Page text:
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French Quarter Termite Inspection

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Aerial view of the French Quarter
An aerial view of the historic New Orleans French Quarter.
The historic New Orleans French Quarter has proven to be a unique challenge in inspecting for and controlling the Formosan termites that have taken up residence. At the height of the termite population it seemed that the antique structures that comprise the Quarter were doomed to be consumed and turned into compost as we watched helplessly. Fortunately, Operation Full Stop was launched to study the Formosan termite and to demonstrate an area-wide control program centered in the French Quarter. This cooperative effort among state and federal governments, numerous universities, contractors and property owners was successful in greatly reducing the termite pressure in the test area and validated the area-wide treatment strategy for the control of the invasive Formosan subterranean termite.

However, there are still active colonies located in the French Quarter and many more in the surrounding areas that are ready to move in. Therefore, it remains very important to stay vigilant and keep on the lookout for infestations. Listed below are several examples of common things to look for.

Common Walls
Common walls connect these buildings together. Photo by Chris Dunaway.)
Part of the problem in the French Quarter is the nature of the buildings themselves. The old construction style and materials make inspection and treatment much more difficult than with most modern buildings. Another problem is that many of the buildings are connected by common walls, which allow the termites to move freely from one structure to another. When inspecting these buildings, it is very important to have access to every room, closet and the attic.

Floor joists set in wall pockets
This photo shows a floor joist set into a pocket in the wall. Inspect these areas for signs of termite infestion like the termite "dirt" shown here. (Photo by Chris Dunaway.)
Some of the most notable buildings in the French Quarter are true brick-and-mortar constructions. Modern “brick” homes typically only have a one-brick-thick veneer covering the structural wood in the walls. In the French Quarter, however, massive amounts of bricks three and four courses thick (or more) comprise the foundations and walls of these old buildings. When the masons reached the correct height for each floor level, large 4” x 12” wooden floor joists would be inserted into pockets within the walls spanning from wall to wall. Door and window openings were left clear with heavy wooden beams forming lintels imbedded in the masonry.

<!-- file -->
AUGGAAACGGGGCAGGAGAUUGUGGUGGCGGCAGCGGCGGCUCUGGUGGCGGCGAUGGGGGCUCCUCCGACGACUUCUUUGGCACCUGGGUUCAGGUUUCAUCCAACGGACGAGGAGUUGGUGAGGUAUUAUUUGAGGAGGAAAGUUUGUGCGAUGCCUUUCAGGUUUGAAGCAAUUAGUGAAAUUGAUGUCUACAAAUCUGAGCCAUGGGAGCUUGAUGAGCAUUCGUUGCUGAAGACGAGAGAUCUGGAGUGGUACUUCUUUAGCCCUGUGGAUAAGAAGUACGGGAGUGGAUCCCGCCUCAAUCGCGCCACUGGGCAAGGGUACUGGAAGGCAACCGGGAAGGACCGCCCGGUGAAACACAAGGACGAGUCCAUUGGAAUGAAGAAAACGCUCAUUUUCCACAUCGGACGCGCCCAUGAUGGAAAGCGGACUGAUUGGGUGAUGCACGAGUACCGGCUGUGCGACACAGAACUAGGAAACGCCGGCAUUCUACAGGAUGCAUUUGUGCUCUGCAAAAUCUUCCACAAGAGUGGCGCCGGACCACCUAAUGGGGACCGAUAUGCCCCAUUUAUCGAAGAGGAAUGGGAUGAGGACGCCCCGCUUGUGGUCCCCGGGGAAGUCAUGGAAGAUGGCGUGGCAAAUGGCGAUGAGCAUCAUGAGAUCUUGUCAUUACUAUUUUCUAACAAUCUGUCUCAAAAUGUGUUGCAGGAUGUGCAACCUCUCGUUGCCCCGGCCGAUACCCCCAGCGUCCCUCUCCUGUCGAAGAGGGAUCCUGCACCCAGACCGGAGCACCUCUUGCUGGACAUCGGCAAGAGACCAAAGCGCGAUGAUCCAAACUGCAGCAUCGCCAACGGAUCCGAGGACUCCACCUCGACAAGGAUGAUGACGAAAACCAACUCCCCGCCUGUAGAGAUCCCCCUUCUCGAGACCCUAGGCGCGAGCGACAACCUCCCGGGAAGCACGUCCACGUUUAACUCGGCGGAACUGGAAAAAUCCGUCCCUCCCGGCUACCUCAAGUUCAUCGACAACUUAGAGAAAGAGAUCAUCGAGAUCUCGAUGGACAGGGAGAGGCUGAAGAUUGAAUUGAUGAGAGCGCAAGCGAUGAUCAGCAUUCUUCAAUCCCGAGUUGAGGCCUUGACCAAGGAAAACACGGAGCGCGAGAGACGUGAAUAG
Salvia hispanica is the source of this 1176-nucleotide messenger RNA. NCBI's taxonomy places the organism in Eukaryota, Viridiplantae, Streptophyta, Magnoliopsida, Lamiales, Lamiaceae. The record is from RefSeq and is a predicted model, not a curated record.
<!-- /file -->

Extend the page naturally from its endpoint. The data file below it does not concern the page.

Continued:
Part of the problem is that the mortar used to hold the bricks together is soft and loose. The termites can easily tunnel through this material and travel up the walls attacking any wood that they encounter.

Swarm castle in door frame.
Formosan subterranean termite swarm castles visible in the top of this door frame. (Photo by Chris Dunaway.)
Like the floor joists, door and window frames are in direct contact with the friable mortar in the walls. Look for damaged wood and swarm castles, and tap the wood to listen for hollow spots.

Click here for more examples of termite damage in door frames.

Termite swarm castles in window frame
Look for swarm castles coming from the window frames.
Look at all of the window frames from the outside. It may be helpful to have a pair of binoculars to see the the higher levels. Also take a digital photo of a questionable area and then use a computer to zoom in the help identify termite activity.

Click here for more examples of termite damage to window frames.

Termite damage to wood floor.
This image shows termite damage visible in this wooden floor. Notice that the damage follows the grain of the wood. (Photo by Chris Dunaway.)
Wooden floors can be damaged by termites. Damage will frequently start near one of the exterior walls then move out following the grain of the wood. Look for wavy wood and feel for weak spots.